To Listen Without Consent – Abusing the HTML5 Speech
I found a bug in Google Chrome that allows an attacker to listen on the user speech without any consent from the user and without any indication. Even blocking any access to the microphone under chrome://settings/content will not remedy this flaw.
Try the live demo… (Designed for Mac though it will work similarly on any other OS)
The Sisyphus of computer science
Speech recognition is like the Sisyphus of computer science. We came a long way but still haven’t reached the top of that hill. With all that crunching power and sophisticated algorithms, computers still can’t recognise some basic words and sentences, the kinds that the average human digest without breaking a sweat. This is still one of the areas that humans easily win over computers. Savor these wins, as it will not last much longer;)
One must appreciate Google for pushing this area forward and introducing speech recognition into the Chrome browser. The current level of speech support in Chrome allows us to create application and websites that are completely controlled form speech. It open vast possibilities – form general improved accessibility to email dictation and even games.
The current speech API is pretty decent. It works by sending the audio to Google’s servers and returns the recognised text. The fact that it sends the audio to Google has some benefits, but from applicative point of view it will always suffer from latency and will not work offline. I believe that the current speech support was introduced with Chrome 25. From Chrome 33 one can also use Speech Synthesis API. – Amazing!
Before this fine API we currently have, Google experimented with an earlier version of the API. It works quite the same, the main difference is that the older API doesn’t work continuously and needs to start after every sentence. Still, it’s powerful enough and it has some flaws that enable it to be abused. I believe this API was introduced with Chrome 11 and I have a good reason to believe it was flawed since than.
More Technical Details
Basically, this attack is abusing Chrome’s old speech API, the -x-webkit-speech feature.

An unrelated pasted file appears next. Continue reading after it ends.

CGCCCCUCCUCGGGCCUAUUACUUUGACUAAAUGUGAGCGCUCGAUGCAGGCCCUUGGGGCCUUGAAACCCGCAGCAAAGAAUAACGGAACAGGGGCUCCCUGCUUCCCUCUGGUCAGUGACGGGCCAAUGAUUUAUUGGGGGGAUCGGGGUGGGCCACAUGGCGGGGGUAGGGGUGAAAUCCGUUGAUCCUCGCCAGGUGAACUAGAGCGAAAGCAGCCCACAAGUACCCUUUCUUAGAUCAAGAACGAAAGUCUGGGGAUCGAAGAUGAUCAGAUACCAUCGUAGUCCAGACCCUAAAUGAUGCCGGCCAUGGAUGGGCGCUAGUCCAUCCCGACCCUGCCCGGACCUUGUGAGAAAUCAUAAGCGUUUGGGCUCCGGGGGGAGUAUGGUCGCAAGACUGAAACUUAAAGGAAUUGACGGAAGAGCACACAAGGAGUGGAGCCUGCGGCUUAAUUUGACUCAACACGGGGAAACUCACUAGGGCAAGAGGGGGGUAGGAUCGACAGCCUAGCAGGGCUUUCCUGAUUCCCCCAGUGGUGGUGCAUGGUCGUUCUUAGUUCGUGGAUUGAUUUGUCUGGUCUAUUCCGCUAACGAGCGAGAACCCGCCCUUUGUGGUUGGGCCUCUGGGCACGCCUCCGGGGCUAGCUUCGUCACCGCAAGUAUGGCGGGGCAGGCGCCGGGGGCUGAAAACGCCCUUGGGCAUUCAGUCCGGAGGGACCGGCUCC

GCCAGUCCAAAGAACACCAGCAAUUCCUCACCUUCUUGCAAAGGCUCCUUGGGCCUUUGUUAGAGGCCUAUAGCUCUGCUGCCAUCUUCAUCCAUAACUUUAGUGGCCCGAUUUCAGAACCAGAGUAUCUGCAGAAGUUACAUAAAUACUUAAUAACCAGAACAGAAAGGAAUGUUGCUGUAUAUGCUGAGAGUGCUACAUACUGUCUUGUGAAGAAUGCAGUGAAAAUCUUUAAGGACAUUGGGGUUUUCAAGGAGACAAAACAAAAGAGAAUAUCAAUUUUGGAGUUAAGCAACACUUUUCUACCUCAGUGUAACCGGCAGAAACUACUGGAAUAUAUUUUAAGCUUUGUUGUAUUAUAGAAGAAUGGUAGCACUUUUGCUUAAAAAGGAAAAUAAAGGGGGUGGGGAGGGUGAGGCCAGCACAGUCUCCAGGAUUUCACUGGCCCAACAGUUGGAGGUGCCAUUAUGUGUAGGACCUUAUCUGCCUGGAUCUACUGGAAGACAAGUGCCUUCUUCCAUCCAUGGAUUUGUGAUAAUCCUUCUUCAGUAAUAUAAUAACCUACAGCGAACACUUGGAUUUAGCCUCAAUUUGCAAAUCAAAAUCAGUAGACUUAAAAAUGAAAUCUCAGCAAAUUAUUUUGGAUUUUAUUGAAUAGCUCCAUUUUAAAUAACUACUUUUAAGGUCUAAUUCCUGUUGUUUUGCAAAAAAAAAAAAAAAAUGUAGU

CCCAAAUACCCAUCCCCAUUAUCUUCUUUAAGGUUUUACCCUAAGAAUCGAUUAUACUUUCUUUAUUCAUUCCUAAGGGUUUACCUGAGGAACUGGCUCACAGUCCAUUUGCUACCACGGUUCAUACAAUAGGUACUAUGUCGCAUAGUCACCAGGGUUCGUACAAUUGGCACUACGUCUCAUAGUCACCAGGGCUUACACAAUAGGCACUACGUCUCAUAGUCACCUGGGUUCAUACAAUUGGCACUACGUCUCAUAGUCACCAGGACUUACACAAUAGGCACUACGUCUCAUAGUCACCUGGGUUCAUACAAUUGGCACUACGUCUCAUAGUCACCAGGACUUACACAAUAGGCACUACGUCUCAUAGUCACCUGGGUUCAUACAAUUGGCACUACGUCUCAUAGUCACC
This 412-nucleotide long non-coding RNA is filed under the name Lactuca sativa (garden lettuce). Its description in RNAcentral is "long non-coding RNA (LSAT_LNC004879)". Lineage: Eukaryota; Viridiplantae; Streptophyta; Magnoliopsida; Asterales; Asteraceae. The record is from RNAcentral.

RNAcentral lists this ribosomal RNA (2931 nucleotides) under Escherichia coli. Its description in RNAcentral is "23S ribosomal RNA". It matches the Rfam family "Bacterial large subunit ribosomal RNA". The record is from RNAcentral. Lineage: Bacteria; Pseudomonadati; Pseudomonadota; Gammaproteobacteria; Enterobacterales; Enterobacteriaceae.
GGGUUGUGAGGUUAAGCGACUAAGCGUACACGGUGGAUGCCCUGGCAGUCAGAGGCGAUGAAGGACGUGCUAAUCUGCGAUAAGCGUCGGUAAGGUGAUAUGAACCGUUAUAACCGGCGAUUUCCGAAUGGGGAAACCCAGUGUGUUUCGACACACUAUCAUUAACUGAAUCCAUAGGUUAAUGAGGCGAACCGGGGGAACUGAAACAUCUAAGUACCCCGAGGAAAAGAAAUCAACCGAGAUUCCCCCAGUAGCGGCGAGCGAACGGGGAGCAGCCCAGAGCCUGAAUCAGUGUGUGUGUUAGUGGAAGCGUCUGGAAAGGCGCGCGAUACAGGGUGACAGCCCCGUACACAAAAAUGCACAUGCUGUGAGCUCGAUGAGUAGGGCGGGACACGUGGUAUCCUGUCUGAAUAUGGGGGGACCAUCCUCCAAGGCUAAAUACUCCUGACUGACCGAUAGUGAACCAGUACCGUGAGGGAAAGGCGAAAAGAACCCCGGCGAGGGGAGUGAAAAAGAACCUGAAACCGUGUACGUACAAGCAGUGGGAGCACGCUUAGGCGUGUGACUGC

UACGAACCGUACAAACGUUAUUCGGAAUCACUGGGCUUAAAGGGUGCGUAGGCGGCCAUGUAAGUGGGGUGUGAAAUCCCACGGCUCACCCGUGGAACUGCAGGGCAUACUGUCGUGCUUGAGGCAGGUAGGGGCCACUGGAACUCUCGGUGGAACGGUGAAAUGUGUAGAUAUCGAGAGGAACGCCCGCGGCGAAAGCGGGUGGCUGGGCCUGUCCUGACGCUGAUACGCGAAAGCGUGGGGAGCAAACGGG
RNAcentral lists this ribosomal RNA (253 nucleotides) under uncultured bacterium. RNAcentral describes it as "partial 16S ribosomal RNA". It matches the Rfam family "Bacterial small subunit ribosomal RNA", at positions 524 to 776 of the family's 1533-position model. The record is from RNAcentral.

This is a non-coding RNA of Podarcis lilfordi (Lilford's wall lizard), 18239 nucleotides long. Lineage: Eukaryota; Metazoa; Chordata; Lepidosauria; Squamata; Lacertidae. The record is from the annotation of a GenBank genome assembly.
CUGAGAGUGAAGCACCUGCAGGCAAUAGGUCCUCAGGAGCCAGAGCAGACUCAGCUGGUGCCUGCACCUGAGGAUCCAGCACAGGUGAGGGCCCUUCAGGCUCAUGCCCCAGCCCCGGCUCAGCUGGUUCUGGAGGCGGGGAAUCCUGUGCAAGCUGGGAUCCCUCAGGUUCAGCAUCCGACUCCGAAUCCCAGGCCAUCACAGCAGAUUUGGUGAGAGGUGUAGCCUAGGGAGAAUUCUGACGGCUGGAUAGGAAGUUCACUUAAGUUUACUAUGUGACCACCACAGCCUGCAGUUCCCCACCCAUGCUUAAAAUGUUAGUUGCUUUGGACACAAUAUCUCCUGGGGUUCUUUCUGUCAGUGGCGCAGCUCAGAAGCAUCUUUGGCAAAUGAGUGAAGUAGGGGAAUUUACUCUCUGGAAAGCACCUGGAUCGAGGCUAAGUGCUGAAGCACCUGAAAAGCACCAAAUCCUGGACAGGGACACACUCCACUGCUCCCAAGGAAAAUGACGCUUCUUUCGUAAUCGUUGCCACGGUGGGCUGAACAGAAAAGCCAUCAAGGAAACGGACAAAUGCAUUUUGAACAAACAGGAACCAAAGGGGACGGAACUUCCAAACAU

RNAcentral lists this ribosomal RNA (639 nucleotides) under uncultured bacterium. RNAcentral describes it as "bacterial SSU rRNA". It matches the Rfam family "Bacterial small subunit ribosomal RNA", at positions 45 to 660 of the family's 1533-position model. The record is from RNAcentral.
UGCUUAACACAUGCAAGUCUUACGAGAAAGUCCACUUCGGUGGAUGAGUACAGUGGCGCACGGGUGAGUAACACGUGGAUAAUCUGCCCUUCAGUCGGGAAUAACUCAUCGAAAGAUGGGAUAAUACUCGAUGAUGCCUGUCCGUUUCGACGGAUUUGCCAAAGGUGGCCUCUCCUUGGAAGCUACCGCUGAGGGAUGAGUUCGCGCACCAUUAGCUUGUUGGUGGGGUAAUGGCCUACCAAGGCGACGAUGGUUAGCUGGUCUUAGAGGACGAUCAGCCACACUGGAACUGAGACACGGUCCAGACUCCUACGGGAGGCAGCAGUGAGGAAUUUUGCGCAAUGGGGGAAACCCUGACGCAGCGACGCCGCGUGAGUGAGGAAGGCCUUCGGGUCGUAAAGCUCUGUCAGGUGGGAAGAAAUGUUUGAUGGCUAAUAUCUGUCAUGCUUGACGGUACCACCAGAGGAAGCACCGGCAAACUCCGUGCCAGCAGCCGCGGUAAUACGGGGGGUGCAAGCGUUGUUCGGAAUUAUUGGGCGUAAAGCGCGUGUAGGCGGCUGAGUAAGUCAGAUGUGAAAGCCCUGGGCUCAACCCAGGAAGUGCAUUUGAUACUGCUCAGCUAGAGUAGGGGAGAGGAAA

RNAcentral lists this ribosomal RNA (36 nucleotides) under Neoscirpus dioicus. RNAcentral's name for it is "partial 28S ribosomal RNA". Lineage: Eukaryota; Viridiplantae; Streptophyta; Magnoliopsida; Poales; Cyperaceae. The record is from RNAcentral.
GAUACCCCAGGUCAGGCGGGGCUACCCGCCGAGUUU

What enable this attack are these 3 issues:
- The speech element visibility can be altered to any size and opacity, and still stay fully functional.
- The speech element can be made to take over all clicks on the page while staying completely invisible. (No need to mess with z-indexes)
- The indication box (shows you that you’re being recorded) can be obfuscated and/or be rendered outside of the screen.
The POC is designed to work on Chrome for Mac, but, the same attack can be conducted to work on any Chrome on any OS.
This POC is using the full-screen mode to make it easier to hide the “indication box” outside of the screen.
It is not mandatory to use the HTML5 full-screen; it’s just easier for this demo.
As you can see in the demo and video there is absolutely no indication that anything is going-on. There are no other windows or tabs, and no some kind of hidden popup or pop-under.
The user will never know this website is eavesdropping.
In Chrome all one need in order to access the user’s speech is to use this line of HTML5 code:
<input -x-webkit-speech />
That’s all; there will be no fancy confirmation screens. When the user clicks on that little grey microphone he will be recorded. The user will see the “indication box” telling him to “Speak now” but that can be pushed out of the screen and / or obfuscated.
That is enough in order to listen to the user speech without any consent and without giving him any indication. The other bugs just make it easier but are not mandatory.
(For the tree in the demo I have used a slightly altered version of the beautiful canvas tree from Kenneth Jorgensen)
– The bug was reported to Google.